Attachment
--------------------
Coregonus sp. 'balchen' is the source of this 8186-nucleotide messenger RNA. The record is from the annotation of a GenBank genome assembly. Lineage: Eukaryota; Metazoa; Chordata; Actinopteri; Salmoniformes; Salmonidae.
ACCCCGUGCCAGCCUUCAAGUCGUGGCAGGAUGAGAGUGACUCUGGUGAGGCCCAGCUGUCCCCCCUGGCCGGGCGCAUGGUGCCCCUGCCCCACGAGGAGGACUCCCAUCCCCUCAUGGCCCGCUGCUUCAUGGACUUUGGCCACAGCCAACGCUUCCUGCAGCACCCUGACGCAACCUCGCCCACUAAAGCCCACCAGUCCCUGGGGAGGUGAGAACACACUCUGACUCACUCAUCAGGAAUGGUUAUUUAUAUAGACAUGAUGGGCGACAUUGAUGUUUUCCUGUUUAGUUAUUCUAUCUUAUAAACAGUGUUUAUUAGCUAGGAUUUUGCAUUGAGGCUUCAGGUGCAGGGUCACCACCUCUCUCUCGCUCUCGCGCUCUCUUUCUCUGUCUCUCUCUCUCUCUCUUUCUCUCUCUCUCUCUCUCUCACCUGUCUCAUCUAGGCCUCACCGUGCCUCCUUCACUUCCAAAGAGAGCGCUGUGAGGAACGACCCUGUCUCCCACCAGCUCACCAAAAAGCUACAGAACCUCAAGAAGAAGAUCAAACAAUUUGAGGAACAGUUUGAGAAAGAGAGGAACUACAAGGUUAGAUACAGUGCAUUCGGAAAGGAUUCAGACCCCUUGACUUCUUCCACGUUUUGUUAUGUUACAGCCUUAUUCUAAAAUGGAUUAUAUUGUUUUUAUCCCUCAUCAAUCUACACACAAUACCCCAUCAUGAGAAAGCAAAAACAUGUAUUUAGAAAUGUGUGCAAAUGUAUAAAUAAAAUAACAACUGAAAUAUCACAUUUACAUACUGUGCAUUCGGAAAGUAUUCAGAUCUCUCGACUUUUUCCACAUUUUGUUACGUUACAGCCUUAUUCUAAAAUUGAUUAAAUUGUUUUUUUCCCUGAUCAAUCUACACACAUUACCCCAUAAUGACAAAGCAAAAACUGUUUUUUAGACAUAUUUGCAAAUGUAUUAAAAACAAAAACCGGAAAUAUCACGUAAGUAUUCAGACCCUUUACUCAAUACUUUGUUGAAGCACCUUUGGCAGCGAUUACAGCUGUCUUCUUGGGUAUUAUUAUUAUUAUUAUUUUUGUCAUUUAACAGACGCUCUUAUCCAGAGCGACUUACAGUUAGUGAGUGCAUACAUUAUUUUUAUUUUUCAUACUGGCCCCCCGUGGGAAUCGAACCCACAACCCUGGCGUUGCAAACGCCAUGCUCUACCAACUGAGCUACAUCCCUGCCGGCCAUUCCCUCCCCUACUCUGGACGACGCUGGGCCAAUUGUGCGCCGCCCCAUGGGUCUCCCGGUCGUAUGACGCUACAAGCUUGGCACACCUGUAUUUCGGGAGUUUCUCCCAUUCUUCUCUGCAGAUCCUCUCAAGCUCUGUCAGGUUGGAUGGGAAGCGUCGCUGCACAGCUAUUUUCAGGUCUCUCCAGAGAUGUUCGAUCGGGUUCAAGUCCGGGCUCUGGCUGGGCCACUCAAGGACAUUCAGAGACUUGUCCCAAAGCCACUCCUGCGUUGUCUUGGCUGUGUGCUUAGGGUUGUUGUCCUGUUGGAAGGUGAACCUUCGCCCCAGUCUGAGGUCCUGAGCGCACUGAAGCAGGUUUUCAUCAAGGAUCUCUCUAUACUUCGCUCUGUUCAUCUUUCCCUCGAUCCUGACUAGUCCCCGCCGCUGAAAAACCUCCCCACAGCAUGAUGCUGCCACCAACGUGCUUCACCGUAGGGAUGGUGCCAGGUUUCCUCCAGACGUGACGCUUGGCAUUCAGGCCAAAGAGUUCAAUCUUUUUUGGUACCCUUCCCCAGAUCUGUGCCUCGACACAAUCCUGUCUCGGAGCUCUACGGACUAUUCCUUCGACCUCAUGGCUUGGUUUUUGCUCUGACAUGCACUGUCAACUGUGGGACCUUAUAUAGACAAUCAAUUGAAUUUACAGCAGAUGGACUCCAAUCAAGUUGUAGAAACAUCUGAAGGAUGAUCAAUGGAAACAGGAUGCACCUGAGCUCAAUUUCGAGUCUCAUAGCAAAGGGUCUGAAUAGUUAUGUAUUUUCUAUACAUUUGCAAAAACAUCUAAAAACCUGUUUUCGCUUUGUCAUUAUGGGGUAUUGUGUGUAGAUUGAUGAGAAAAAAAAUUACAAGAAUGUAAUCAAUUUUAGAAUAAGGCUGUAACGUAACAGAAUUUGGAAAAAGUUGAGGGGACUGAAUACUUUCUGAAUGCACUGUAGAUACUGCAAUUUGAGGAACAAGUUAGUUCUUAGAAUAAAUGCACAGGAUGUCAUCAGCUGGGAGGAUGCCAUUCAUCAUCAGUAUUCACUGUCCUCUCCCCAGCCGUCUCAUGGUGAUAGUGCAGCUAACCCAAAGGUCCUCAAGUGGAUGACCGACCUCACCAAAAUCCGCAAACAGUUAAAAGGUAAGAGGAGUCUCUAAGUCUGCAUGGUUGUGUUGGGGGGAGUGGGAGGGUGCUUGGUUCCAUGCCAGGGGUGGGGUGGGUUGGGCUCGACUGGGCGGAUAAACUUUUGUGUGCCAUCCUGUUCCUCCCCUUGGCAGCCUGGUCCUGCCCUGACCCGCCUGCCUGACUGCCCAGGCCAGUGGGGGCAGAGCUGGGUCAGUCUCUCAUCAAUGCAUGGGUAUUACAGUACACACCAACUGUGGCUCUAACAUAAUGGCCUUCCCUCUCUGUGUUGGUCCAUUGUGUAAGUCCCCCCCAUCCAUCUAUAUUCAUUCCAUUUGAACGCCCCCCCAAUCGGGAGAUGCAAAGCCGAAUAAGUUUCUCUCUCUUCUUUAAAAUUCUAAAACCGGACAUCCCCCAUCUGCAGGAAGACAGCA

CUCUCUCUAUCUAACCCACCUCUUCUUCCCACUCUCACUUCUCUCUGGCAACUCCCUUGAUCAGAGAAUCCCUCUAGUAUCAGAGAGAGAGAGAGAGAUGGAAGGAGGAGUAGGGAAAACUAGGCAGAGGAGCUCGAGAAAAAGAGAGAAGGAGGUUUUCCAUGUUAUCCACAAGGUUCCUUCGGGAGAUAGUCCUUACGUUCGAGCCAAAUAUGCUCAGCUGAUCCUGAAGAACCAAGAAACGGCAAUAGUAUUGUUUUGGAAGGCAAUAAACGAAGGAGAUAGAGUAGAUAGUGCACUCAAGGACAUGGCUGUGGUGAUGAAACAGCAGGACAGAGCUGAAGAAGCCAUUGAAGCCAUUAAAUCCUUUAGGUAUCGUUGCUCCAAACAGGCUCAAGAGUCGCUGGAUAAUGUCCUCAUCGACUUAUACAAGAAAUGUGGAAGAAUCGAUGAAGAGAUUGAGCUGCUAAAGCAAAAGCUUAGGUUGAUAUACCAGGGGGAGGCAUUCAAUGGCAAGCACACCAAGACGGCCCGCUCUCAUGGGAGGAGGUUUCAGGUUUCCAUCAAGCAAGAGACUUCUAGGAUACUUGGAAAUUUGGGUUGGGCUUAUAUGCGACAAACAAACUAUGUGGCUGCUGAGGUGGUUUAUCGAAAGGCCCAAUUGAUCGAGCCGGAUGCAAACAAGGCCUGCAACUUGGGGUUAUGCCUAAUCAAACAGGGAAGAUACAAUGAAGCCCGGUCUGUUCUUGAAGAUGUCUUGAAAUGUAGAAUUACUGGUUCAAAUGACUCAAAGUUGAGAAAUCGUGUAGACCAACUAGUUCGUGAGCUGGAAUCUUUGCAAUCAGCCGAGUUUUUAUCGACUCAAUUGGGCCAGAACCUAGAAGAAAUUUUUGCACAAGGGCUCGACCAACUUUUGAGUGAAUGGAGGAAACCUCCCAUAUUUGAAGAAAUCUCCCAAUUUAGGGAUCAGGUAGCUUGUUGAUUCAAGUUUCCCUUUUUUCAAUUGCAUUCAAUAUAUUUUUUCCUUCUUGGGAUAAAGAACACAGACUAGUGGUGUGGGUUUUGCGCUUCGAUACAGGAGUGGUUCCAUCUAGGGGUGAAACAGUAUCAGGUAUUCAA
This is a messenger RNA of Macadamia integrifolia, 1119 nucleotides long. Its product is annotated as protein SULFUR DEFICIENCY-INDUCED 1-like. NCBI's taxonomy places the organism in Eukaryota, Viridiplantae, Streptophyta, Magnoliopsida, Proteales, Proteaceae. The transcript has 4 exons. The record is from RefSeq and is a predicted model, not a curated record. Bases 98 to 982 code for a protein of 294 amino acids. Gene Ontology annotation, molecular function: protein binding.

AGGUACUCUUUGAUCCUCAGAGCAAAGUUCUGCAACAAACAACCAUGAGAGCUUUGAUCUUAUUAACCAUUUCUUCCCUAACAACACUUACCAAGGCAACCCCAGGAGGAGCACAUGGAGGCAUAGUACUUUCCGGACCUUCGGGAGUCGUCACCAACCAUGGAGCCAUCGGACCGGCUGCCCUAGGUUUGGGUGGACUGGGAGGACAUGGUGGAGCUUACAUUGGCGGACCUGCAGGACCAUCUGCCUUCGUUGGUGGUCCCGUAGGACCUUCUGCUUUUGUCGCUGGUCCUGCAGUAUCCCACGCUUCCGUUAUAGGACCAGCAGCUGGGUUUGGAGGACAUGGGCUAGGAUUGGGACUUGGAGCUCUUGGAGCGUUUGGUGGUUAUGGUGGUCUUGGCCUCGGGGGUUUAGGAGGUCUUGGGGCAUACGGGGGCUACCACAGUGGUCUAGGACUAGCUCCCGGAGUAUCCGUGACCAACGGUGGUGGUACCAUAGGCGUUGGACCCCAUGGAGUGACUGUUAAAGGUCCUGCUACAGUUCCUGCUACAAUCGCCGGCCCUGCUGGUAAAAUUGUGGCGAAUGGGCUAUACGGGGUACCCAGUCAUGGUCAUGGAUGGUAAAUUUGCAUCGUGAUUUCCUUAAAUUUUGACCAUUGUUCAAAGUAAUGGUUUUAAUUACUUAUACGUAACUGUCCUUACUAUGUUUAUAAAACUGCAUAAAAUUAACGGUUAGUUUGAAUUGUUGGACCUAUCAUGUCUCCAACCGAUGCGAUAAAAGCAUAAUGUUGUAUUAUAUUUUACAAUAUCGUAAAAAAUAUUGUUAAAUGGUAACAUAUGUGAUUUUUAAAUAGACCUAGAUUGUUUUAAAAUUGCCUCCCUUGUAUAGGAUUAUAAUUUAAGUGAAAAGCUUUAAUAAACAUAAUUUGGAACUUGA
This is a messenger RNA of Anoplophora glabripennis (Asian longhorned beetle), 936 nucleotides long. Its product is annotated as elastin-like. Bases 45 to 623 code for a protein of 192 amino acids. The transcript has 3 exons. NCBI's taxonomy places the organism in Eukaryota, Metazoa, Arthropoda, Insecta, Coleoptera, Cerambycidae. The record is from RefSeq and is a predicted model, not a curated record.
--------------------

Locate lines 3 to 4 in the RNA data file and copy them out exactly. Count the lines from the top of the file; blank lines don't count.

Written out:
CUCUCUCUAUCUAACCCACCUCUUCUUCCCACUCUCACUUCUCUCUGGCAACUCCCUUGAUCAGAGAAUCCCUCUAGUAUCAGAGAGAGAGAGAGAGAUGGAAGGAGGAGUAGGGAAAACUAGGCAGAGGAGCUCGAGAAAAAGAGAGAAGGAGGUUUUCCAUGUUAUCCACAAGGUUCCUUCGGGAGAUAGUCCUUACGUUCGAGCCAAAUAUGCUCAGCUGAUCCUGAAGAACCAAGAAACGGCAAUAGUAUUGUUUUGGAAGGCAAUAAACGAAGGAGAUAGAGUAGAUAGUGCACUCAAGGACAUGGCUGUGGUGAUGAAACAGCAGGACAGAGCUGAAGAAGCCAUUGAAGCCAUUAAAUCCUUUAGGUAUCGUUGCUCCAAACAGGCUCAAGAGUCGCUGGAUAAUGUCCUCAUCGACUUAUACAAGAAAUGUGGAAGAAUCGAUGAAGAGAUUGAGCUGCUAAAGCAAAAGCUUAGGUUGAUAUACCAGGGGGAGGCAUUCAAUGGCAAGCACACCAAGACGGCCCGCUCUCAUGGGAGGAGGUUUCAGGUUUCCAUCAAGCAAGAGACUUCUAGGAUACUUGGAAAUUUGGGUUGGGCUUAUAUGCGACAAACAAACUAUGUGGCUGCUGAGGUGGUUUAUCGAAAGGCCCAAUUGAUCGAGCCGGAUGCAAACAAGGCCUGCAACUUGGGGUUAUGCCUAAUCAAACAGGGAAGAUACAAUGAAGCCCGGUCUGUUCUUGAAGAUGUCUUGAAAUGUAGAAUUACUGGUUCAAAUGACUCAAAGUUGAGAAAUCGUGUAGACCAACUAGUUCGUGAGCUGGAAUCUUUGCAAUCAGCCGAGUUUUUAUCGACUCAAUUGGGCCAGAACCUAGAAGAAAUUUUUGCACAAGGGCUCGACCAACUUUUGAGUGAAUGGAGGAAACCUCCCAUAUUUGAAGAAAUCUCCCAAUUUAGGGAUCAGGUAGCUUGUUGAUUCAAGUUUCCCUUUUUUCAAUUGCAUUCAAUAUAUUUUUUCCUUCUUGGGAUAAAGAACACAGACUAGUGGUGUGGGUUUUGCGCUUCGAUACAGGAGUGGUUCCAUCUAGGGGUGAAACAGUAUCAGGUAUUCAA
This is a messenger RNA of Macadamia integrifolia, 1119 nucleotides long. Its product is annotated as protein SULFUR DEFICIENCY-INDUCED 1-like. NCBI's taxonomy places the organism in Eukaryota, Viridiplantae, Streptophyta, Magnoliopsida, Proteales, Proteaceae. The transcript has 4 exons. The record is from RefSeq and is a predicted model, not a curated record. Bases 98 to 982 code for a protein of 294 amino acids. Gene Ontology annotation, molecular function: protein binding.